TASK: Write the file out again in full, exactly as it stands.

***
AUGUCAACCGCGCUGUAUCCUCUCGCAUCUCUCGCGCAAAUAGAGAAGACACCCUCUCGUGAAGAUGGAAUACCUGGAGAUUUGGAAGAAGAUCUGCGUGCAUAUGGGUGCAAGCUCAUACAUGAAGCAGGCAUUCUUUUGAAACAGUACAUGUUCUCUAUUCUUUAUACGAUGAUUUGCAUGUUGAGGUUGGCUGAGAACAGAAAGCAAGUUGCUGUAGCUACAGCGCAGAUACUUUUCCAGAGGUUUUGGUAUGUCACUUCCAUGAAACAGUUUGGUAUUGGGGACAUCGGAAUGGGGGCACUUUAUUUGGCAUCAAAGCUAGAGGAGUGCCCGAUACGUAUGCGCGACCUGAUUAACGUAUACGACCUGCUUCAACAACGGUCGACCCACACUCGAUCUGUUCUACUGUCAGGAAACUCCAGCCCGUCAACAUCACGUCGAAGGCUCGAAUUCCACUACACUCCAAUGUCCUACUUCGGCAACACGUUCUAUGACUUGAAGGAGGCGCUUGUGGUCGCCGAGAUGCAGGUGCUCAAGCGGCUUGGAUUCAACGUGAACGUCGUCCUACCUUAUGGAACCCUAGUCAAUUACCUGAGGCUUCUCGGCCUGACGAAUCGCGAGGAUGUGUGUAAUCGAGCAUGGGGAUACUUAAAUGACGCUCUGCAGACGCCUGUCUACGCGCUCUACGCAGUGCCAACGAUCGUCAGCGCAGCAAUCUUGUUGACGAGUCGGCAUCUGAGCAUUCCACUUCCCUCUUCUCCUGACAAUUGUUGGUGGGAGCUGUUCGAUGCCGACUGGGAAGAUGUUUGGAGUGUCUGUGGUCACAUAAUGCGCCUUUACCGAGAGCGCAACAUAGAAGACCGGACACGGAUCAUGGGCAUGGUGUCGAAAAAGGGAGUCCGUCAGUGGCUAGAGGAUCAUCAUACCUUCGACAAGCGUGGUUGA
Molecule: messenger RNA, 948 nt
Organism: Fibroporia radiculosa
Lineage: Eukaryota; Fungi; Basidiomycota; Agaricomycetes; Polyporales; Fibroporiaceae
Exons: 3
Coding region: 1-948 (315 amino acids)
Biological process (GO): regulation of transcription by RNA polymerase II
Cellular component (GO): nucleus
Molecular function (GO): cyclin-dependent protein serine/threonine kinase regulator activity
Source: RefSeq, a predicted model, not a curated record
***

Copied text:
AUGUCAACCGCGCUGUAUCCUCUCGCAUCUCUCGCGCAAAUAGAGAAGACACCCUCUCGUGAAGAUGGAAUACCUGGAGAUUUGGAAGAAGAUCUGCGUGCAUAUGGGUGCAAGCUCAUACAUGAAGCAGGCAUUCUUUUGAAACAGUACAUGUUCUCUAUUCUUUAUACGAUGAUUUGCAUGUUGAGGUUGGCUGAGAACAGAAAGCAAGUUGCUGUAGCUACAGCGCAGAUACUUUUCCAGAGGUUUUGGUAUGUCACUUCCAUGAAACAGUUUGGUAUUGGGGACAUCGGAAUGGGGGCACUUUAUUUGGCAUCAAAGCUAGAGGAGUGCCCGAUACGUAUGCGCGACCUGAUUAACGUAUACGACCUGCUUCAACAACGGUCGACCCACACUCGAUCUGUUCUACUGUCAGGAAACUCCAGCCCGUCAACAUCACGUCGAAGGCUCGAAUUCCACUACACUCCAAUGUCCUACUUCGGCAACACGUUCUAUGACUUGAAGGAGGCGCUUGUGGUCGCCGAGAUGCAGGUGCUCAAGCGGCUUGGAUUCAACGUGAACGUCGUCCUACCUUAUGGAACCCUAGUCAAUUACCUGAGGCUUCUCGGCCUGACGAAUCGCGAGGAUGUGUGUAAUCGAGCAUGGGGAUACUUAAAUGACGCUCUGCAGACGCCUGUCUACGCGCUCUACGCAGUGCCAACGAUCGUCAGCGCAGCAAUCUUGUUGACGAGUCGGCAUCUGAGCAUUCCACUUCCCUCUUCUCCUGACAAUUGUUGGUGGGAGCUGUUCGAUGCCGACUGGGAAGAUGUUUGGAGUGUCUGUGGUCACAUAAUGCGCCUUUACCGAGAGCGCAACAUAGAAGACCGGACACGGAUCAUGGGCAUGGUGUCGAAAAAGGGAGUCCGUCAGUGGCUAGAGGAUCAUCAUACCUUCGACAAGCGUGGUUGA
Molecule: messenger RNA, 948 nt
Organism: Fibroporia radiculosa
Lineage: Eukaryota; Fungi; Basidiomycota; Agaricomycetes; Polyporales; Fibroporiaceae
Exons: 3
Coding region: 1-948 (315 amino acids)
Biological process (GO): regulation of transcription by RNA polymerase II
Cellular component (GO): nucleus
Molecular function (GO): cyclin-dependent protein serine/threonine kinase regulator activity
Source: RefSeq, a predicted model, not a curated record